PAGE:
The seat of Don Dohler’s makeshift kingdom is a split-level house on Norway Court — a quiet cul-de-sac in Perry Hall, Maryland. The house is prominently featured in several of Dohler’s low-budget films: it’s the home of the murderous re-animated, violin teacher, Longfellow, in 1980’s Fiend and pops up yet again in Dohler’s gore-and-nudity-laden follow up, Nightbeast (1982). It even finds its way into both Alien Rampage (the sequel to Dohler’s first film) and Harvesters (2001), a Y2K-ified remake of his fifth film, Blood Massacre.
Dohler was a working-class guy who spent virtually his whole life in Maryland. But his desire for creativity and community extended his purview far beyond his suburban cul-de-sac. In 1961, a teenage Dohler started the Mad magazine-esque fanzine WILD, with his middle school doodle, the dopey, flat-topped Pro Junior, as its mascot. WILD counted as its contributors future underground comix luminaries Art Spiegelman, Skip Williamson, and Jay Lynch. Pro Junior became something of an atavistic icon within the underground, with Spiegelman, Lynch, and even Robert Crumb all drawing versions of him. In the mid-1960s, Dohler began publishing Cinemagic, a how-to magazine for special effects. J.J. Abrams, Tom Savini, and Tim Sullivan were all avid readers.
Throughout the 1970s, Dohler penned books about special effects filmmaking and stop motion animation, but until the middle of the decade, he hadn’t yet made his own feature film. Then, on his 30th birthday, Dohler was held at gunpoint during a robbery at his workplace. After he survived the incident, he recounts in the 2007 biographical documentary Blood, Boobs and Beast (dir. John Paul Kinhart), he vowed he would make a movie.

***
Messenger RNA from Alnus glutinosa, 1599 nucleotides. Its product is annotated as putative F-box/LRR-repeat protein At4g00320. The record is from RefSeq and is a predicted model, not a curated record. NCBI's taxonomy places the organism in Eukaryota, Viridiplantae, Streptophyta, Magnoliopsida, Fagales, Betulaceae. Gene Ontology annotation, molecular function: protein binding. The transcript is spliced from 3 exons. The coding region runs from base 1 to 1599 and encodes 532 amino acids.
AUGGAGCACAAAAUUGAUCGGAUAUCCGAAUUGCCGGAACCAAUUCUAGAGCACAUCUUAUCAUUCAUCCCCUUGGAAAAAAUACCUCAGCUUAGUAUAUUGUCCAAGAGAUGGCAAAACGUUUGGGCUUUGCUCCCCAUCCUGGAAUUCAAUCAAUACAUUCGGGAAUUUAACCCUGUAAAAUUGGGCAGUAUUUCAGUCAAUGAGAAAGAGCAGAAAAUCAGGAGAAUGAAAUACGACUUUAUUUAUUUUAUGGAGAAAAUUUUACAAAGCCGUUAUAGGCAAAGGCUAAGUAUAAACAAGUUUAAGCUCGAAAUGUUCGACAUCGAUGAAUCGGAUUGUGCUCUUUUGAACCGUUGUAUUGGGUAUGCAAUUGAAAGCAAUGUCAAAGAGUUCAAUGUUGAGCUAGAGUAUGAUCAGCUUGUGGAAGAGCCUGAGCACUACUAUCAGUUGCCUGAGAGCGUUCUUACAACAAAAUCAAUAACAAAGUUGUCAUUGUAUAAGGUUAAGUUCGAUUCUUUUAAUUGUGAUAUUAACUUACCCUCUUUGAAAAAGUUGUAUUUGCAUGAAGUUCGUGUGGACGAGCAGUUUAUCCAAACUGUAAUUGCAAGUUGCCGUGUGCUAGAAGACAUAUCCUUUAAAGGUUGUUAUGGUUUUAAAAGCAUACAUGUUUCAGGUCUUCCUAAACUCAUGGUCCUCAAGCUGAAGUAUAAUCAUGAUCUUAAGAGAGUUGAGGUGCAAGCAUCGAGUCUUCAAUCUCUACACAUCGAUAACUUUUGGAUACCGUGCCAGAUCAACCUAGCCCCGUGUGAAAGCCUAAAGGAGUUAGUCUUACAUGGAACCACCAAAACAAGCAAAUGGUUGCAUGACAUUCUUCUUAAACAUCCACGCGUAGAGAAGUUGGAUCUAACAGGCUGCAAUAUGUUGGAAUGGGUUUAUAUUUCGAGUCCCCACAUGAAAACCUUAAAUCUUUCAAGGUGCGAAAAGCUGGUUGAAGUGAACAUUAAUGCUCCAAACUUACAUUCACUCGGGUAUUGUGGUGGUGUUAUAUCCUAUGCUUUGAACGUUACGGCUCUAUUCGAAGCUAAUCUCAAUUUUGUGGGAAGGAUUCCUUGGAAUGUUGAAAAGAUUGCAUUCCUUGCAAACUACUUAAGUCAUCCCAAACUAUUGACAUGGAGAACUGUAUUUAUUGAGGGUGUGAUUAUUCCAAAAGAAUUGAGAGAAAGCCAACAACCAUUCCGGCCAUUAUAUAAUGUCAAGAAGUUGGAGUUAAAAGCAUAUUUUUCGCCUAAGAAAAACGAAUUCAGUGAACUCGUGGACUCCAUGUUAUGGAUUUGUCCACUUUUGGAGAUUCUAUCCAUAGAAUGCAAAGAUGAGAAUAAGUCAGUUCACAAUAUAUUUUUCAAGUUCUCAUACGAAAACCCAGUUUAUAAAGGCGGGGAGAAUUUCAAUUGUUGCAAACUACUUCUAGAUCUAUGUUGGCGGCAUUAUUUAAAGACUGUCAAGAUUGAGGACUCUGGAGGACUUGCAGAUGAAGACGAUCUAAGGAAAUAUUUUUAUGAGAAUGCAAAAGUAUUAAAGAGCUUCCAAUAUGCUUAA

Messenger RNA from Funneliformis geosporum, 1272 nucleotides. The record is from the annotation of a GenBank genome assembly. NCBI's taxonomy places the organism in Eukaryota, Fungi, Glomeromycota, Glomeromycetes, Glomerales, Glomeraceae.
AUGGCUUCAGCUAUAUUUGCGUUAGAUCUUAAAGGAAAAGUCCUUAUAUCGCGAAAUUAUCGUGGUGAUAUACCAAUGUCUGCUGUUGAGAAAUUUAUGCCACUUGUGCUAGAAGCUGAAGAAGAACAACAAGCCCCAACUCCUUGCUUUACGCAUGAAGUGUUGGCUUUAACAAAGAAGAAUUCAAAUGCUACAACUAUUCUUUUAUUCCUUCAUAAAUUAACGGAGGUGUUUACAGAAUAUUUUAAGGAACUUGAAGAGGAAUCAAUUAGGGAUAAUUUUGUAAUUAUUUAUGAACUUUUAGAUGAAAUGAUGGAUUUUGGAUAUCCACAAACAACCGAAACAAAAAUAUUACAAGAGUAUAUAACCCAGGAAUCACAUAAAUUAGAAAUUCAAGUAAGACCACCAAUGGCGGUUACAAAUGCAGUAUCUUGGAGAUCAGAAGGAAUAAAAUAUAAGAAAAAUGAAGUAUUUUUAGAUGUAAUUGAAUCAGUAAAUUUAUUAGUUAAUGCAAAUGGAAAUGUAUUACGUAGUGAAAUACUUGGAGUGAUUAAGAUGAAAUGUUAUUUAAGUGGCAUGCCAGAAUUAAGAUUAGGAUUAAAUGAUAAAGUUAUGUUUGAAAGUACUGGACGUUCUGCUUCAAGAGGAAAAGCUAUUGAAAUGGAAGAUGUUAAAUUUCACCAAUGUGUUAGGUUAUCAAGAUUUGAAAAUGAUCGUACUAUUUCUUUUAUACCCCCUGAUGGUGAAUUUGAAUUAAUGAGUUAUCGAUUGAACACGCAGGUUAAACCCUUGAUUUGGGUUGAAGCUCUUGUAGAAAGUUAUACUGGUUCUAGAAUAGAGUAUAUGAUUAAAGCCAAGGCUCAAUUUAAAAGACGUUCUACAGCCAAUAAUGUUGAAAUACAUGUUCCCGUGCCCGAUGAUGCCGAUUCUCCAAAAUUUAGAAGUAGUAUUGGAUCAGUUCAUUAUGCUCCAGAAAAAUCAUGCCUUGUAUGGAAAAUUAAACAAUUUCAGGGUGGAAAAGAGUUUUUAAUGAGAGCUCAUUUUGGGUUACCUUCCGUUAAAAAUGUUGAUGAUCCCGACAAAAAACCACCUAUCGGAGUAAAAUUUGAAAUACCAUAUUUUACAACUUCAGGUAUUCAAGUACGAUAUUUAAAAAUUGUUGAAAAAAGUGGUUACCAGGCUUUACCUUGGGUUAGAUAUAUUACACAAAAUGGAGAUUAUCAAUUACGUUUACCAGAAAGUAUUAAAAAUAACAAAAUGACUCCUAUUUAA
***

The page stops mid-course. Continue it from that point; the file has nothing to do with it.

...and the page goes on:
In 1978, The Alien Factor was released. In the film, Dohler employed a variety of the techniques of fantasy cinema he had written about, including stop motion, superimposition, impressive creature make-up (particularly one memorable creature on stilts), and forced perspective. The plot was something ripped from the pages of a comic book, with a collection of dangerous space aliens en route to a galactic zoo crash landing in a small town and running amok. The resulting film is stilted, preposterous, and blatantly cheap, but somehow, compulsively watchable. Beneath all the wild Maryland accents, bleak interiors, and wooden acting is an unmistakably big heart. Despite its clearly humble production, the film found a home in the burgeoning cable market — a stroke of luck that made Dohler’s name on the sci-fi horror scene.